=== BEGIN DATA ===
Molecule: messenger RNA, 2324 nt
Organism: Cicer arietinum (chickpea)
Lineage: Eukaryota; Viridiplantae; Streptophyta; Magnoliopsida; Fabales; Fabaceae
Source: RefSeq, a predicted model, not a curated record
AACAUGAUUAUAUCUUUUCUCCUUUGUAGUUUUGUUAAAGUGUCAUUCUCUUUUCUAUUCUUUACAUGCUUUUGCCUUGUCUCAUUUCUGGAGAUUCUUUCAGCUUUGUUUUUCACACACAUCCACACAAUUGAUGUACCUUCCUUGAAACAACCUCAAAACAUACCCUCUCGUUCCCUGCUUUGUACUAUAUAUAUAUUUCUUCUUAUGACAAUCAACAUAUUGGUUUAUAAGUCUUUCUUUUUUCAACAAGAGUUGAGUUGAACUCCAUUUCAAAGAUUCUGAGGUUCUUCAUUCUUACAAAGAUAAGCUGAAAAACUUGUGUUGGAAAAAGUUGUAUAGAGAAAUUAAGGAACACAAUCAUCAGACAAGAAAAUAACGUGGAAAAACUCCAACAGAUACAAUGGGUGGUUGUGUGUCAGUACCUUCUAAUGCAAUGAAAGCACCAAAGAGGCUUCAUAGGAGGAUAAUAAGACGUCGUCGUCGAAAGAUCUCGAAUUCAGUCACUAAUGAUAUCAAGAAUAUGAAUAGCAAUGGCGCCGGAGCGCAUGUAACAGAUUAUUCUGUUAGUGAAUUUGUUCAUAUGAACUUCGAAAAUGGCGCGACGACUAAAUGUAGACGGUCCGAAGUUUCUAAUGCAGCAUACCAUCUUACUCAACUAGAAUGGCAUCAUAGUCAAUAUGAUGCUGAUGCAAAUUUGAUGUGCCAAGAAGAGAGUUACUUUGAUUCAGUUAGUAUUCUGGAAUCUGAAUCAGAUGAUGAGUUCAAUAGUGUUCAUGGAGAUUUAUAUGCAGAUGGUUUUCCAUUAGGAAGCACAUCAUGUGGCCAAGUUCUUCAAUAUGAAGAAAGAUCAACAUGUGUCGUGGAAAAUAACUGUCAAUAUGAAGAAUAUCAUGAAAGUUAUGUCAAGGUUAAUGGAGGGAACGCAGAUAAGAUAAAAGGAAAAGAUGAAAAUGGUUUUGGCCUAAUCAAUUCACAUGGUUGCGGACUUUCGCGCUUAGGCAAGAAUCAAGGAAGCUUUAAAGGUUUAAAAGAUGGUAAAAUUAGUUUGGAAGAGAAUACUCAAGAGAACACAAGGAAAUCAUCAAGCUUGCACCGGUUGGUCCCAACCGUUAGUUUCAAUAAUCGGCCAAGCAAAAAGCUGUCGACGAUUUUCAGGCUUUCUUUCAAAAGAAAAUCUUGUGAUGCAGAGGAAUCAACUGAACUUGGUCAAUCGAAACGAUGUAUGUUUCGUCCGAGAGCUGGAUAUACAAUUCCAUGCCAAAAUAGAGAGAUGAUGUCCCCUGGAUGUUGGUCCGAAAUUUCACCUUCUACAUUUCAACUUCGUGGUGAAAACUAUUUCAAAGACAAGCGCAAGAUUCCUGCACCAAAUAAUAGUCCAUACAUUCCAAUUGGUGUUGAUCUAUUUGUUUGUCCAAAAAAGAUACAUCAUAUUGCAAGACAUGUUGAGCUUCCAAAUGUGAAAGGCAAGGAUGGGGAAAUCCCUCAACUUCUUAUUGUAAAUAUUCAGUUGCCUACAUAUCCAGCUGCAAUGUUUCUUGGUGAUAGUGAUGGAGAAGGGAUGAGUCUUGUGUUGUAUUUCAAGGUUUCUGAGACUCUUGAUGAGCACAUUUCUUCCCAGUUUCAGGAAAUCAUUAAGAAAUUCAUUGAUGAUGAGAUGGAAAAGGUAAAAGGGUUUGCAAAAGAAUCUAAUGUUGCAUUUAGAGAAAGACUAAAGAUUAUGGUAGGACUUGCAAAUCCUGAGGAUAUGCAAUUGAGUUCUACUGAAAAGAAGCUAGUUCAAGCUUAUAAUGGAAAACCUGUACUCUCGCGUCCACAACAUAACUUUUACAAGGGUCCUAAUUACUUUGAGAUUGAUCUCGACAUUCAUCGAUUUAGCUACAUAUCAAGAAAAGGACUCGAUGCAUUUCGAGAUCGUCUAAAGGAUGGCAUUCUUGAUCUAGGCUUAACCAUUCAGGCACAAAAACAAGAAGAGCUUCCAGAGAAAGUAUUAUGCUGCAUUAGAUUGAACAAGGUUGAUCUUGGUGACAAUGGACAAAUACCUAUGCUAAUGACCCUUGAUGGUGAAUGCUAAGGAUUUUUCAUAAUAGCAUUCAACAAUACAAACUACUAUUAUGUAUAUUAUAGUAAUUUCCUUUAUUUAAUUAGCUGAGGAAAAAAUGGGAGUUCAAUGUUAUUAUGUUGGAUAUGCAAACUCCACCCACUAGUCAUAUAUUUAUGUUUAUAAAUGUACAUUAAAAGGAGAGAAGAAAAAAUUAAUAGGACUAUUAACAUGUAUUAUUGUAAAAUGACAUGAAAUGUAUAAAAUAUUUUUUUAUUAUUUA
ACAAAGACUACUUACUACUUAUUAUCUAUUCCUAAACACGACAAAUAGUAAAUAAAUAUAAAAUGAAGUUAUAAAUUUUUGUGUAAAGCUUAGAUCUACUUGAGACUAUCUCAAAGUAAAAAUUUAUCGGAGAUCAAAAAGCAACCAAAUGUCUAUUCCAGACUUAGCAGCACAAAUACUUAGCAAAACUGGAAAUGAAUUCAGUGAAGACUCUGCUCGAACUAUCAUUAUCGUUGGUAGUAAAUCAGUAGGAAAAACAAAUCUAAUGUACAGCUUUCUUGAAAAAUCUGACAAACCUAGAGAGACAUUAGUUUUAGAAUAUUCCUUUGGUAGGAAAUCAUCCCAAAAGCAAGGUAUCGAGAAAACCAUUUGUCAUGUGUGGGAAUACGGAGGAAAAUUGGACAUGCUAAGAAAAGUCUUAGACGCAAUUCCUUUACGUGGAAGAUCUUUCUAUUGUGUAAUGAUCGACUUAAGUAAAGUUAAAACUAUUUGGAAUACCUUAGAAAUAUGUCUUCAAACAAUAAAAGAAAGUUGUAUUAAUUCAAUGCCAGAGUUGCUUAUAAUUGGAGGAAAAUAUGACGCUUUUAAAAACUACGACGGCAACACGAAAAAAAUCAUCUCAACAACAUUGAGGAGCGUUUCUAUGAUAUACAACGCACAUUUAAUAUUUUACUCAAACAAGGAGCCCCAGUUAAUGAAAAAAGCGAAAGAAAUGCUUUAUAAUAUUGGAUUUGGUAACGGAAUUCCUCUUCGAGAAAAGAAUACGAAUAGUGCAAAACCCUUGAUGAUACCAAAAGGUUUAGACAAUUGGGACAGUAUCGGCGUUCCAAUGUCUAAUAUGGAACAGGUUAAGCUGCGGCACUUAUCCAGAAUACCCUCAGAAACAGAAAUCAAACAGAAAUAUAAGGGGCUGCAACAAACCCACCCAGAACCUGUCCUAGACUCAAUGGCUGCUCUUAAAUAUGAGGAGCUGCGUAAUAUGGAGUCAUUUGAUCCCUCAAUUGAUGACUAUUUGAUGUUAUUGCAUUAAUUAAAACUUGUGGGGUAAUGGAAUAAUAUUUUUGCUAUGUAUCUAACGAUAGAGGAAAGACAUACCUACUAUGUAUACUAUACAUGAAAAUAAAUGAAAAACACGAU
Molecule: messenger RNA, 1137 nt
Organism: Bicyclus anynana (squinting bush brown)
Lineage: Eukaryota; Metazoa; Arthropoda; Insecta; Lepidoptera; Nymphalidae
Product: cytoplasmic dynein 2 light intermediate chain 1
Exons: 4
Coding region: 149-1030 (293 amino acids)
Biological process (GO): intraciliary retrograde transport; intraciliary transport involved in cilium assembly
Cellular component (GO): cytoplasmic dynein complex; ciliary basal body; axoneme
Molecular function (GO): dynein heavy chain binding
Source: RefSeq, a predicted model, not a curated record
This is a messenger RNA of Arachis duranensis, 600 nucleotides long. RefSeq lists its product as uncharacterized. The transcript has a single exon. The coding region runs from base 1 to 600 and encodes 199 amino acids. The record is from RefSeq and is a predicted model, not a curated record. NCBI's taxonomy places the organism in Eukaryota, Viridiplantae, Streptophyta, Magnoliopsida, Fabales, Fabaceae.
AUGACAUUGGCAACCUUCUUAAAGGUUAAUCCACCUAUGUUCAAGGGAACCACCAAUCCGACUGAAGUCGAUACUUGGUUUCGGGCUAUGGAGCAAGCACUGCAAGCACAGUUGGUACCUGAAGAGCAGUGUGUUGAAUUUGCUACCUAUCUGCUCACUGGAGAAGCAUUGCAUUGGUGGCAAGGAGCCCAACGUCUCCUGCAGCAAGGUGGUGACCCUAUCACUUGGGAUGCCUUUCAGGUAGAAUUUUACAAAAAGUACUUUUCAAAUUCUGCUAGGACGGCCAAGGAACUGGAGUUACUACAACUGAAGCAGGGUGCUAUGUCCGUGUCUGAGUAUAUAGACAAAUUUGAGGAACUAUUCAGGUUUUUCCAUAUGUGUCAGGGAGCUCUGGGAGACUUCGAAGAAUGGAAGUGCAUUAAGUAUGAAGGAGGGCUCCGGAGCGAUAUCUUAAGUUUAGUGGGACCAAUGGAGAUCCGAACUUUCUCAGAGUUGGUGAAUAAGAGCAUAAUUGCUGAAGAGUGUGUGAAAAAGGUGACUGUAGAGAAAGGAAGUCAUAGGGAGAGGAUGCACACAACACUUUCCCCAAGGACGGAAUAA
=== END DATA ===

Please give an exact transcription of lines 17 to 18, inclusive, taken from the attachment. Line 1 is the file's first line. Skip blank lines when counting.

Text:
This is a messenger RNA of Arachis duranensis, 600 nucleotides long. RefSeq lists its product as uncharacterized. The transcript has a single exon. The coding region runs from base 1 to 600 and encodes 199 amino acids. The record is from RefSeq and is a predicted model, not a curated record. NCBI's taxonomy places the organism in Eukaryota, Viridiplantae, Streptophyta, Magnoliopsida, Fabales, Fabaceae.
AUGACAUUGGCAACCUUCUUAAAGGUUAAUCCACCUAUGUUCAAGGGAACCACCAAUCCGACUGAAGUCGAUACUUGGUUUCGGGCUAUGGAGCAAGCACUGCAAGCACAGUUGGUACCUGAAGAGCAGUGUGUUGAAUUUGCUACCUAUCUGCUCACUGGAGAAGCAUUGCAUUGGUGGCAAGGAGCCCAACGUCUCCUGCAGCAAGGUGGUGACCCUAUCACUUGGGAUGCCUUUCAGGUAGAAUUUUACAAAAAGUACUUUUCAAAUUCUGCUAGGACGGCCAAGGAACUGGAGUUACUACAACUGAAGCAGGGUGCUAUGUCCGUGUCUGAGUAUAUAGACAAAUUUGAGGAACUAUUCAGGUUUUUCCAUAUGUGUCAGGGAGCUCUGGGAGACUUCGAAGAAUGGAAGUGCAUUAAGUAUGAAGGAGGGCUCCGGAGCGAUAUCUUAAGUUUAGUGGGACCAAUGGAGAUCCGAACUUUCUCAGAGUUGGUGAAUAAGAGCAUAAUUGCUGAAGAGUGUGUGAAAAAGGUGACUGUAGAGAAAGGAAGUCAUAGGGAGAGGAUGCACACAACACUUUCCCCAAGGACGGAAUAA